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Summer Protection Against Mosquitos, Snakes and Other Dangerous Critters (Part 2)

Posted By Regan Zambri Long, PLLC || 27-Jul-2017

Continuing our compendium of resources to protect against dangerous summer animal bites, let’s look at a few others.

Squirrels, rats and other rodents

Rats, mice and squirrels prefer to keep their distance from humans, but if they happen to bite, or if we come into contact with their saliva or feces, they may transmit a number of diseases in the process. Some common nasty illnesses include rabies, Lyme disease, hantavirus and rat bite fever. Another danger from these pests, one we don’t often hear about nowadays, is plague (yes, that plague), commonly carried by ground squirrels.

How can we protect ourselves and our children? The CDC offers several articles that may help. If you do receive a bite, seek medical attention immediately.

Spiders

We generally don’t worry about getting diseases from spider bites; we do worry about the bites themselves. Many species of spiders are poisonous, some injecting life-threatening amounts of poison with their bites. Among the most common (and most deadly) are the black widow and brown recluse spiders.

If you receive a spider bite that appears infected (or if you know the spider was poisonous), seek medical attention right away. In the meantime, the Mayo Clinic offers helpful tips for preventing spider bites, and EarthSky lists 10 things to know about the brown recluse in particular.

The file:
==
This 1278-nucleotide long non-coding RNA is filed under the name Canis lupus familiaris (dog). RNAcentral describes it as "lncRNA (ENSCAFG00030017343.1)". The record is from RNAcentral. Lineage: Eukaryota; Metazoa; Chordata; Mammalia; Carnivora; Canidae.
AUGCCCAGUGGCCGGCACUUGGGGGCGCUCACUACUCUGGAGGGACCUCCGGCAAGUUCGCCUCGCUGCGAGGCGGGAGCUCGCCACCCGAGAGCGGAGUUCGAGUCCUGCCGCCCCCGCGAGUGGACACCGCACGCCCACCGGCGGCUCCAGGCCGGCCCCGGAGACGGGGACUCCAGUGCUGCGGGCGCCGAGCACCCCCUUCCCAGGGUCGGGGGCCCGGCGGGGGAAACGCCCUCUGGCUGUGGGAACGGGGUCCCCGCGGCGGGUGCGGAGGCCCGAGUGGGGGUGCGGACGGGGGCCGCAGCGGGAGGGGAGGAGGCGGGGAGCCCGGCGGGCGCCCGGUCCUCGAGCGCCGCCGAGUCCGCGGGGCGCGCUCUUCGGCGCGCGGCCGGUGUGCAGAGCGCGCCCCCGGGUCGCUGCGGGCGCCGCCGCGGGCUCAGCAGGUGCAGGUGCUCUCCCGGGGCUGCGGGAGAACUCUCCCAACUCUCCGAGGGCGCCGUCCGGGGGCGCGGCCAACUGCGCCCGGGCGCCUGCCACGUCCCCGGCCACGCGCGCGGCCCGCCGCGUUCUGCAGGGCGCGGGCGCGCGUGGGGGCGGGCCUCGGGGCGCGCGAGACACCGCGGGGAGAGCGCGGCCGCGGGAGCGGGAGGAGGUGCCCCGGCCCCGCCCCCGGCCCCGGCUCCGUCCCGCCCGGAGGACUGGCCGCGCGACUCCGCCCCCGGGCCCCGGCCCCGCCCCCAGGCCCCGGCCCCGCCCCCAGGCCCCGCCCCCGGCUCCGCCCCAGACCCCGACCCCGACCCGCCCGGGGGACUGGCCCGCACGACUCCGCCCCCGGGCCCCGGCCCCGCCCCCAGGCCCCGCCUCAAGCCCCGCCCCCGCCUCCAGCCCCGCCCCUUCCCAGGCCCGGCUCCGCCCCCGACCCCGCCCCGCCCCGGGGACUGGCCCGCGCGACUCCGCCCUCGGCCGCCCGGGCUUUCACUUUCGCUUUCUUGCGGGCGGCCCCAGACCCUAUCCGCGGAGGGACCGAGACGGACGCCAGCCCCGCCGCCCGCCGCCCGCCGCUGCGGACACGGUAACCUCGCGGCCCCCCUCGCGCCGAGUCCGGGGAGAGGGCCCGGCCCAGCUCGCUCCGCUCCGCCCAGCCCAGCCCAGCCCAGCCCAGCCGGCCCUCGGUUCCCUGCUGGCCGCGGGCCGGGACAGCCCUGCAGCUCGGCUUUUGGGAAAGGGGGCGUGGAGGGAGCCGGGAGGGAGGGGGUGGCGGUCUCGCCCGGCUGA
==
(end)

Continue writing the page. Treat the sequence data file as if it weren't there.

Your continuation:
Snakes

Snakes may be among the scariest of the venom-carrying creatures, but most species won’t seek out contact from humans, and they will only bite if they feel threatened. The main exceptions are the constrictor species like pythons and boas, predators who coil around their victims to suffocate them. Typically, constrictors aren’t a threat in the U.S. except for those who keep them as pets, or in the wild if an owner releases them (as has happened frequently in Florida).

If a snake bites you, seek medical attention even if you are unsure if the snake was poisonous. For helpful advice on avoiding snake encounters, check out this article by the USDA, and this one by Active.

Many unwanted bites and encounters occur while families are traveling on vacation, so for additional safety, check out our article on Summer Road Safety Tips. If you seek medical attention from a bite or illness and believe you have suffered from medical error, our Washington D.C. medical malpractice attorneys can assist. Please contact us for more information.

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